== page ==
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Despite MERS Outbreak, Normal Life Goes On in Seoul


Despite MERS Outbreak, Normal Life in Seoul Goes On
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In Seoul, concern over the spread of the Middle East Respiratory Syndrome (MERS), which on Tuesday rose to 95 confirmed cases and seven related deaths, has not significantly altered daily life for many in the city.

For the most part, health officials said, the spread of the deadly virus has been contained to those hospitals visited by the first Korean patient who came down with the disease.

Close to 3,000 people who may have been exposed have now been quarantined or ordered to stay home. More than 2,000 schools have closed and those that remain open are monitoring the health of the children.

Still, on a normal day in downtown Seoul it is difficult to tell there is a major outbreak of the deadly virus. The rush-hour subway trains are still crowded and only a relatively few commuters are wearing masks to protect against infection.

Fears of MERS has not deterred large crowds from gathering at Seoul’s famous Myeong-dong shopping district.

“I heard that people with weak immune systems get infected, and people in their 20s or 30s do not need to worry about it,” said Kim Hae-Deun, a young woman who was window shopping during her lunch hour.

Lee Seok and his co-workers still go out for lunch together, although they are now more aware of the risk of exposure to MERS.

“There are no suspicious patients with fever or similar symptoms around me, so I came here without any concern,” he said.

Tourists more cautious

Many of the people wearing masks in the downtown area are tourists.

Aki Sekimizu, who is visiting from Japan, said she and her friends seem more concerned about preventing exposure to the deadly contagious virus than Koreans do.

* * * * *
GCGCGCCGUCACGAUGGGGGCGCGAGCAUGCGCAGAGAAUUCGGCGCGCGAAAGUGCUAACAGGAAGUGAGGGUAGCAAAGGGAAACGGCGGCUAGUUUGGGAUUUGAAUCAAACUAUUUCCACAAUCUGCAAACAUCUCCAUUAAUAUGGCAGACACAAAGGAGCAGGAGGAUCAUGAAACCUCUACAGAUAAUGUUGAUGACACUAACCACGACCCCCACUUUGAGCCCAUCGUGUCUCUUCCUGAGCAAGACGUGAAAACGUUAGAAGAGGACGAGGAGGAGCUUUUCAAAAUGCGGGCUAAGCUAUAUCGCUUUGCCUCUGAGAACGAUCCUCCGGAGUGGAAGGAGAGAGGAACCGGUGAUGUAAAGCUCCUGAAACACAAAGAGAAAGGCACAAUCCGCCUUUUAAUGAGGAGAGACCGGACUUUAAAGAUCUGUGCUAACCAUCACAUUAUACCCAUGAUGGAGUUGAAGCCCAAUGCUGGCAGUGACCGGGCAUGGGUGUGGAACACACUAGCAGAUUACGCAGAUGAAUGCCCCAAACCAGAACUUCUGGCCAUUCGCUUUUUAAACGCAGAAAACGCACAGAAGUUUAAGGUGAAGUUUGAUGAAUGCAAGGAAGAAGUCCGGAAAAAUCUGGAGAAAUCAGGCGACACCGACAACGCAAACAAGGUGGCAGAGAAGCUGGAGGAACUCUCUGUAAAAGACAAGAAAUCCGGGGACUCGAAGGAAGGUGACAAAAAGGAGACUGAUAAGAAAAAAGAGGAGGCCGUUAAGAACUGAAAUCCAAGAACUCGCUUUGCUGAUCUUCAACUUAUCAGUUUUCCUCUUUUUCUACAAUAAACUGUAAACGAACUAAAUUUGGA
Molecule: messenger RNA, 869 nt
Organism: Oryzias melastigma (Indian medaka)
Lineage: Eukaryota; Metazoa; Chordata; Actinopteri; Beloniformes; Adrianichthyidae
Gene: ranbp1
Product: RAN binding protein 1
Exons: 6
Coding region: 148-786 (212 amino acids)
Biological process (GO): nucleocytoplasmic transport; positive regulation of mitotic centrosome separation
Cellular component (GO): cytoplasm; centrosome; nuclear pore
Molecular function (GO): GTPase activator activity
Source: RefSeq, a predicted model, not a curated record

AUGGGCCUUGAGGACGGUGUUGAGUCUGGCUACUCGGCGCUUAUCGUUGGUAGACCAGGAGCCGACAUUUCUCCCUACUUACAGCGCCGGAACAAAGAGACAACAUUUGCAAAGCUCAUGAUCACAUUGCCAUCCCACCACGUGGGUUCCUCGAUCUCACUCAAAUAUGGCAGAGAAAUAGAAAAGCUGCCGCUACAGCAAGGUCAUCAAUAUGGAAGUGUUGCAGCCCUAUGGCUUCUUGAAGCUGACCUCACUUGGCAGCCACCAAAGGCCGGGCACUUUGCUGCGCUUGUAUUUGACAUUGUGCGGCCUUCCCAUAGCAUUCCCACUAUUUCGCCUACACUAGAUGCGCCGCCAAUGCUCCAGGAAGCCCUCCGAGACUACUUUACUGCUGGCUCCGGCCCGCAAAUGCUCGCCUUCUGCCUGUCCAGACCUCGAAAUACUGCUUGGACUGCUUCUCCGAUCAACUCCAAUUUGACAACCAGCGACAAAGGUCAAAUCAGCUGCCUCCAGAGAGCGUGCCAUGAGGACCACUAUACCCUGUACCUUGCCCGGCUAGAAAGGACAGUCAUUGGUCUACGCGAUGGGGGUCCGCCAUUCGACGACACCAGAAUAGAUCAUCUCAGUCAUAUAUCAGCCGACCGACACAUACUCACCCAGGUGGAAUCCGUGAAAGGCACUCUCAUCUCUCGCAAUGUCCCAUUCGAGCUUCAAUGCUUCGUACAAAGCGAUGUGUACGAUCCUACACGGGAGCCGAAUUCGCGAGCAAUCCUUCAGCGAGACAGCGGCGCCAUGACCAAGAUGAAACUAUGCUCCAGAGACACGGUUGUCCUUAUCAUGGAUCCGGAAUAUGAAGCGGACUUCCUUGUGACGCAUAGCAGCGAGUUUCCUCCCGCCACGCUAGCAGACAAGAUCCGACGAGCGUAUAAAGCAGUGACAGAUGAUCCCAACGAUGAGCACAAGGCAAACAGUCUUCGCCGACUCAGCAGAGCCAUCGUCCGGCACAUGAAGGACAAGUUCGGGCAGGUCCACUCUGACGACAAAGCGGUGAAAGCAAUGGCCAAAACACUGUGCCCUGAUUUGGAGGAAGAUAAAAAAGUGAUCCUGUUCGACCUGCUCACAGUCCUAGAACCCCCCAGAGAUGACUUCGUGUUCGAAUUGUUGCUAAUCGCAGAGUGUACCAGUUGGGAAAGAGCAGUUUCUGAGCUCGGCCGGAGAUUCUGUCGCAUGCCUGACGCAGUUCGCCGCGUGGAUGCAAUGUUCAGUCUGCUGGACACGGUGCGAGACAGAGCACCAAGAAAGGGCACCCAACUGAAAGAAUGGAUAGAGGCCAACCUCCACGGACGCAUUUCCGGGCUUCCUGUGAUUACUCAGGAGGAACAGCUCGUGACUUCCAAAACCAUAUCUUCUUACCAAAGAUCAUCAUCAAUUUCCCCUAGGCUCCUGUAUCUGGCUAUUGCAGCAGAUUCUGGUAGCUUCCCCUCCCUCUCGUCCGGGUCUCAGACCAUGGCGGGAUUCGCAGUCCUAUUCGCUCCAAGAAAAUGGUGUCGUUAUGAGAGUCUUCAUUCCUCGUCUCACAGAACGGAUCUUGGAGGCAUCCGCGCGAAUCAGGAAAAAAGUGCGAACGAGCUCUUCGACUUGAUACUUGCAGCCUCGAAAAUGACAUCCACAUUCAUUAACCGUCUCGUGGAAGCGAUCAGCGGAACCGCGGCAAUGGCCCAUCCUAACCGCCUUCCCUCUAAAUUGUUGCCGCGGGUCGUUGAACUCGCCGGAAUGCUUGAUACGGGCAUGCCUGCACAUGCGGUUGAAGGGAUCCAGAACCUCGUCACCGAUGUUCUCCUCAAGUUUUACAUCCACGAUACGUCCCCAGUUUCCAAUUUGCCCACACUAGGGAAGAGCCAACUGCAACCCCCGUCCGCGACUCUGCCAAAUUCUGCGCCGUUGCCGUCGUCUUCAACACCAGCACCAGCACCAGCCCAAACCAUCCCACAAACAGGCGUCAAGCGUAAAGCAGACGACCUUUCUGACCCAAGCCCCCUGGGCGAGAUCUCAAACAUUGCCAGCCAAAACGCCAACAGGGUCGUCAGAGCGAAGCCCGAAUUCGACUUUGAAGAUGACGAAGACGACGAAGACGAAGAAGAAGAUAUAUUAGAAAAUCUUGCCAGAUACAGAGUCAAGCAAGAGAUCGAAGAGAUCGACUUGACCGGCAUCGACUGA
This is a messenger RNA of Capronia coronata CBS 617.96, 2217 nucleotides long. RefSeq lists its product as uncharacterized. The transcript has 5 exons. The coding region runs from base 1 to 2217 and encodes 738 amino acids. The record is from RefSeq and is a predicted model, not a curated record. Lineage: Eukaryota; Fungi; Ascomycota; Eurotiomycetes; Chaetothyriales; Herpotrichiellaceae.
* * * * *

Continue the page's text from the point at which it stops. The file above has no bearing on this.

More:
“I don’t know why people around me are not wearing a mask,” Sekimizu said.

MERS was first identified in Saudi Arabia in 2012. It is a respiratory illness that initially produces flu-like symptoms but can escalate to pneumonia and kidney failure. There is no known cure or vaccine.

This MERS outbreak in South Korea began in May when a 68-year-old Korean man contracted the deadly disease during a trip to Bahrain, Saudi Arabia, and the United Arab Emirates.

After he returned to South Korea, he fell ill and visited four hospitals, three in Seoul and one in the city of Pyeongtaek, located 80 kilometers south of the capital city, before he was properly diagnosed and put in isolation.

Medical care behind spread

The virus spread quickly from there, in part because officials did not move quickly to isolate everyone the first patient may have come in contact with.

Also, the culture of Korean medical care is also seen as playing a role in the spread. It is not uncommon for an ill person in Korea to "shop around" when seeking medical treatment, visiting a range of medical facilities, especially if symptoms persist.

Also family members in South Korea often help care for patients and can spend long hours in the hospital, where they can potentially be exposed to viruses and could then become carriers to spread the virus outside.

One man exposed to the first patient in a hospital in South Korea traveled to China through Hong Kong before he was diagnosed with MERS and isolated.

South Korea now has the second-highest number of MERS infections after Saudi Arabia, according to data from the European Center for Disease Prevention and Control.

On average 1-in-4 people infected with the virus die as a result. However, most of the related fatalities were either elderly or had other pre-existing serious health conditions.

Most healthy individuals infected with the MERS infection suffer from a strong flu for a number of days but do recover.

Travel advisory

While downtown Seoul is still lively, tourism in South Korea has dropped significantly since the MERS outbreak. Many public events have been canceled or have seen a drop in attendance.

Hong Kong issued a "red alert" advisory on Tuesday, advising visitors to avoid travel to South Korea.

The Travel Industry Council of Hong Kong has canceled all tours to South Korea, excluding cruises for the remainder of June, which could affect 10,000 to 12,000 travelers.

Officials in Seoul expect the rate of MERS infections to decline in the coming days and hope to soon restore public confidence and resume business as usual.

VOA Seoul Producer Youmi Kim contributed to this report.